This study examines whether the gaps in the employment rates and weekly earnings between immigrants and Canadian-born individuals increased or decreased over the last two decades. Earlier studies have well documented the expanding earnings gap between new immigrant workers and their Canadian-born counterparts during the 1980s and 1990s. However, significant policy changes in immigration selection and settlement have been introduced since the early 2000s, and the employment rate and entry earnings among new immigrants have been improving in recent years. Little research has been undertaken to examine whether the earnings gap between new immigrant and Canadian-born workers has recently started to close.

    Release date: 2021-04-28

  • Articles and reports: 11-633-X2021004
    Description:

    International migration has become increasingly fluid and is viewed decreasingly as a one-time, permanent movement from a source country to a destination country. Immigrant-receiving countries often point to long-term economic- and population-related goals as motivations for permanent immigration programs, making immigrants’ presence and absence patterns of increasing policy interest. This article explores two methodological issues related to measuring immigrants’ potential presence in Canada. The first is the use of auxiliary administrative data sources as a means to supplement the T1 Income Tax Return file, which—to date—has been one of the key data sources used to estimate emigration among Canadian immigrants. The second is the evaluation of the sensitivity of emigration estimates to the definition of immigrant disappearance and reappearance in administrative data.

    Release date: 2021-03-16
Stats in brief (4)

Stats in brief (4) ((4 results))

  • Stats in brief: 45-28-0001202000100070
    Description:

    During the widespread lockdown of economic activities in March and April 2020, the Canadian labour market lost 3 million jobs. From May to July, as many businesses gradually resumed their operations, 1.7 million jobs were recovered. While studies in the United States and Europe suggest that immigrants are often more severely affected by economic downturns than the native born, little is known about whether immigrants and the Canadian born fared differently in the employment disruption induced by the COVID-19 pandemic and, if so, how such differences are related to their socio-demographic and job characteristics. This paper fills this gap by comparing immigrants and the Canadian-born population in their transitions out of employment in the months of heavy contraction and into employment during the months of partial recovery.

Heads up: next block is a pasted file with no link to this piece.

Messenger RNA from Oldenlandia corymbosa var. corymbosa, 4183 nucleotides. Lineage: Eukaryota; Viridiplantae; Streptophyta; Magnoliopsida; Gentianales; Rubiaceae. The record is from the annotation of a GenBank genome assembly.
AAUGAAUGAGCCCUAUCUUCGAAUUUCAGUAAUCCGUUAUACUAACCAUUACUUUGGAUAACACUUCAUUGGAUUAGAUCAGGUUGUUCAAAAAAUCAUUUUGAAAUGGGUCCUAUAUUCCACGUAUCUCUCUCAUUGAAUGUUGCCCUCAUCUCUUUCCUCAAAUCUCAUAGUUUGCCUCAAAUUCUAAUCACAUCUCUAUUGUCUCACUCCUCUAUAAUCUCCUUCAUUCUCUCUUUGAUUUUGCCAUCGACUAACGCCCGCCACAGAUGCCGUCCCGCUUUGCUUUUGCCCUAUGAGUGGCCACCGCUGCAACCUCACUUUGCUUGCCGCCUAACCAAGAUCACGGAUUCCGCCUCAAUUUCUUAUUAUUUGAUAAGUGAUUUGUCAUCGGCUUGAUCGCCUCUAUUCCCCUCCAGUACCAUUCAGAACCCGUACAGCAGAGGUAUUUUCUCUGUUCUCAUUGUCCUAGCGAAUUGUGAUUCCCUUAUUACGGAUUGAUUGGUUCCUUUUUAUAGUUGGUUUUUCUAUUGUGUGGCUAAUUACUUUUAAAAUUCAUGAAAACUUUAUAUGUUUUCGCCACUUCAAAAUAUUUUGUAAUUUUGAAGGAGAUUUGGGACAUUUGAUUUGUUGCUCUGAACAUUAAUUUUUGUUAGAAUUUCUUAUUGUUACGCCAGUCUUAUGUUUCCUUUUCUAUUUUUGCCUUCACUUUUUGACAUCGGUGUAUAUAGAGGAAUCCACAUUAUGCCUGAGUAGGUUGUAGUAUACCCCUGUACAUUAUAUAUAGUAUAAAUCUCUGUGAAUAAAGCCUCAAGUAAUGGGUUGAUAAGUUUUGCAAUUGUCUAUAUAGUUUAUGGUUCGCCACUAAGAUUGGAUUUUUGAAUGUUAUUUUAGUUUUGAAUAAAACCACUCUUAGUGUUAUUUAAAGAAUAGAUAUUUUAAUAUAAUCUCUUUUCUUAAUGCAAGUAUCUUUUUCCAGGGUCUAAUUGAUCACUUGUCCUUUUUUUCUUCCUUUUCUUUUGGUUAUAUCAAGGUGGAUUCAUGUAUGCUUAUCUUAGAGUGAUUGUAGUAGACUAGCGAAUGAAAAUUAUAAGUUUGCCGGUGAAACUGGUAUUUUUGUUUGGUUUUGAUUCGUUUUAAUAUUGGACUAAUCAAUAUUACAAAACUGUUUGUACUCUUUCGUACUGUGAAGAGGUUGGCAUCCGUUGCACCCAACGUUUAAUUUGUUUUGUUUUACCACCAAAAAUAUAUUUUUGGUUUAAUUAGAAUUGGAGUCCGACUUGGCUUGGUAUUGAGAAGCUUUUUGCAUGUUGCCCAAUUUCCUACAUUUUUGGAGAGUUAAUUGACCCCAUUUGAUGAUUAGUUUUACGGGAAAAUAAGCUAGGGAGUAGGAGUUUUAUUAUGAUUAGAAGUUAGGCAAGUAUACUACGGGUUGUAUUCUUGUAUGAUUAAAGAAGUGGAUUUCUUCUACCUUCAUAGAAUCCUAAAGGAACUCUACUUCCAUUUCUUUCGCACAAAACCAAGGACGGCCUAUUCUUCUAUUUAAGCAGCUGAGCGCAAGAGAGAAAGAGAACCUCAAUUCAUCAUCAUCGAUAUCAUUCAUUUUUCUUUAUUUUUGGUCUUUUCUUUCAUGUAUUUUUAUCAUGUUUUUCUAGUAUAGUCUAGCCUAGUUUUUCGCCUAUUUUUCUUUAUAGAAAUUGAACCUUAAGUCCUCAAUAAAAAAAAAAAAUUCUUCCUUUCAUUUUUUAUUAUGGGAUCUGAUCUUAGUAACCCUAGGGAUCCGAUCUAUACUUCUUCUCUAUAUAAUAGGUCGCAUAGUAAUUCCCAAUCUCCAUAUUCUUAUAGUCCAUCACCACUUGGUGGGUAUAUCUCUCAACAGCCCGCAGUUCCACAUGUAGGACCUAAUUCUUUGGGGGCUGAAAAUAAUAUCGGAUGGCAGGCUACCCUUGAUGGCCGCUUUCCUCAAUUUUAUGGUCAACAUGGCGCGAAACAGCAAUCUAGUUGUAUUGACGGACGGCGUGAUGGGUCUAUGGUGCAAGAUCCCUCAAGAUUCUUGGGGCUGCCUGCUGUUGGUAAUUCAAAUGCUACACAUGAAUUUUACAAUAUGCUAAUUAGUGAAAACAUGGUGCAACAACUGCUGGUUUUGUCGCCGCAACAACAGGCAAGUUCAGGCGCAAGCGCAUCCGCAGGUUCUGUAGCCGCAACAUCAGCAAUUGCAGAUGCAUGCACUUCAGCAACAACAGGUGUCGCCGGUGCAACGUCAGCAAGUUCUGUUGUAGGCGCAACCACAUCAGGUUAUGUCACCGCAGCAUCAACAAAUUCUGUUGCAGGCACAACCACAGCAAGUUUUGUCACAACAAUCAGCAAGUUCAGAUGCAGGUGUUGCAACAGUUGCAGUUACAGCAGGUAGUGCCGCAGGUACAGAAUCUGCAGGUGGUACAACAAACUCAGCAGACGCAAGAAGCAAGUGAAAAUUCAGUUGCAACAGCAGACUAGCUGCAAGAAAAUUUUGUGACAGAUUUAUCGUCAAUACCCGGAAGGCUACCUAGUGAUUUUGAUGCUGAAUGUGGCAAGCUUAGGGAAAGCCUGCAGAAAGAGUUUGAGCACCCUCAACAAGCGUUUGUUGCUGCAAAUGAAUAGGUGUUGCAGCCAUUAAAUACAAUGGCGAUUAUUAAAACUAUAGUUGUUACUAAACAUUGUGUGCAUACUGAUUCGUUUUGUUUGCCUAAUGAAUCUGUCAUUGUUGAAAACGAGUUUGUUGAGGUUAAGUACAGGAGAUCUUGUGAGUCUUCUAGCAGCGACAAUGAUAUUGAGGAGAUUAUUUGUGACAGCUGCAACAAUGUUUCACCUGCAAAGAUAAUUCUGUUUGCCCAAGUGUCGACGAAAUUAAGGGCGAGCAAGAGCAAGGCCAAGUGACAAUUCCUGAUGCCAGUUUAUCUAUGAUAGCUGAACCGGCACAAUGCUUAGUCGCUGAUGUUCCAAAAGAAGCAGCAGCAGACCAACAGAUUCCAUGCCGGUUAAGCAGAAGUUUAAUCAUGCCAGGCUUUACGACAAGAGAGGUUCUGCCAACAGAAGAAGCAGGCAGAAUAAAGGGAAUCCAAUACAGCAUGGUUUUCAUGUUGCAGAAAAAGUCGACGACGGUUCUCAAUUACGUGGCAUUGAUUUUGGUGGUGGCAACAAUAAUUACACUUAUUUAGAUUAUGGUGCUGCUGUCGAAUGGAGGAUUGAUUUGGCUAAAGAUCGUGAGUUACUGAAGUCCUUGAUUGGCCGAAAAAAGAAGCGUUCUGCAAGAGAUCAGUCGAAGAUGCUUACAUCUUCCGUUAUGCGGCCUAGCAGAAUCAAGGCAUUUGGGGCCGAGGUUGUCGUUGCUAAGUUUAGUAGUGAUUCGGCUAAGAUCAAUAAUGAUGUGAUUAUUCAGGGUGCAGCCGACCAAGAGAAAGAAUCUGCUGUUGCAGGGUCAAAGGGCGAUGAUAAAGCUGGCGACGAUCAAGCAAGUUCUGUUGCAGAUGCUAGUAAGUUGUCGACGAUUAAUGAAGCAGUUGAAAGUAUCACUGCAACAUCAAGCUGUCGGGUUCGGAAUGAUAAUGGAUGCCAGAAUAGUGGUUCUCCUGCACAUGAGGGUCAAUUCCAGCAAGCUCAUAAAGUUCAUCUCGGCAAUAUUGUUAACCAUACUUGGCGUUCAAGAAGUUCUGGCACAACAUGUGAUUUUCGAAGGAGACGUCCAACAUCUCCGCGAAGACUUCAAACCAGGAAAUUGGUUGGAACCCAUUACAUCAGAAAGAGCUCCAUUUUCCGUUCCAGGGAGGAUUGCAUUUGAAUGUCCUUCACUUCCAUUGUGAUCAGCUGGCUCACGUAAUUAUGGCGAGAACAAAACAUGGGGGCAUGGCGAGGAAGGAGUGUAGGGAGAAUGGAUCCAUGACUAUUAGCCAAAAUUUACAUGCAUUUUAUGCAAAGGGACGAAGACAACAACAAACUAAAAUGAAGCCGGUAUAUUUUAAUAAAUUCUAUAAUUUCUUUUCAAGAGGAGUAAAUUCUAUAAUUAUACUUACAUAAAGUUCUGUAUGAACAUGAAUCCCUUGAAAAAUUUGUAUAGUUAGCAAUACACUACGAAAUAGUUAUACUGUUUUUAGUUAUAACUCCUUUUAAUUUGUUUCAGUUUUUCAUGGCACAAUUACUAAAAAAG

Release date: 2020-08-20

  • Stats in brief: 45-28-0001202000100052
    Description:

    This article reports on the financial and employment impacts of the COVID-19 pandemic among Indigenous participants to a recent crowdsourcing data initiative. It also reports on levels of trust among Indigenous participants on decisions to reopen workplaces and public spaces.

    Release date: 2020-07-14

  • Stats in brief: 45-28-0001202000100042
    Description:

    The economic lockdown triggered by COVID-19 has led so far to disproportionate employment losses among lower-paid workers and young workers. Its impact on visible minorities is currently less known. Using data from a large crowdsourcing data collection initiative, the study further compares the degree to which visible minority participants: a) experienced job loss or reduced workhours since the onset of the pandemic, b) were strongly or moderately impacted financially, and c) applied for and received federal income support.

    Release date: 2020-07-06

  • Stats in brief: 45-28-0001202000100004
    Description:

    With the continuing spread of COVID-19, many health-care workers in Canada are facing overwhelming workloads and risk exposure to the virus while caring for their patients. This article examines adults with a health education but not working in health occupations.

    Release date: 2020-04-29
Articles and reports (92)

Articles and reports (92) (0 to 10 of 92 results)

  • Articles and reports: 36-28-0001202101100001
    Description:

    While the primary reason for international students being in Canada is for study purposes, they may also participate in the labour market. Increases over the past two decades in the number of international students, alongside programs designed to facilitate their availability to work while studying, parallel a growing role played by this population in the Canadian labour market. This article assesses the extent to which international students who intended to study at the postsecondary level were engaged in the labour market.

    Release date: 2021-11-24

  • Articles and reports: 36-28-0001202101100003
    Description:

    Since the 1990s, Canadian immigration policy has emphasized human capital, particularly education and language proficiency, in the selection of economic immigrants. While immigration and the domestic educational system continuously increase the supply of a university-educated labour force, there has been concern that skilled trades are an often-overlooked career option for many secondary school graduates, and that this may lead to labour shortages in skilled trades. This article examines trends in the number of economic immigrant principal applicants who intended to work in skilled trades, their sociodemographic characteristics, and their employment and earnings outcomes. Also, comparisons are made with other economic immigrant principal applicants.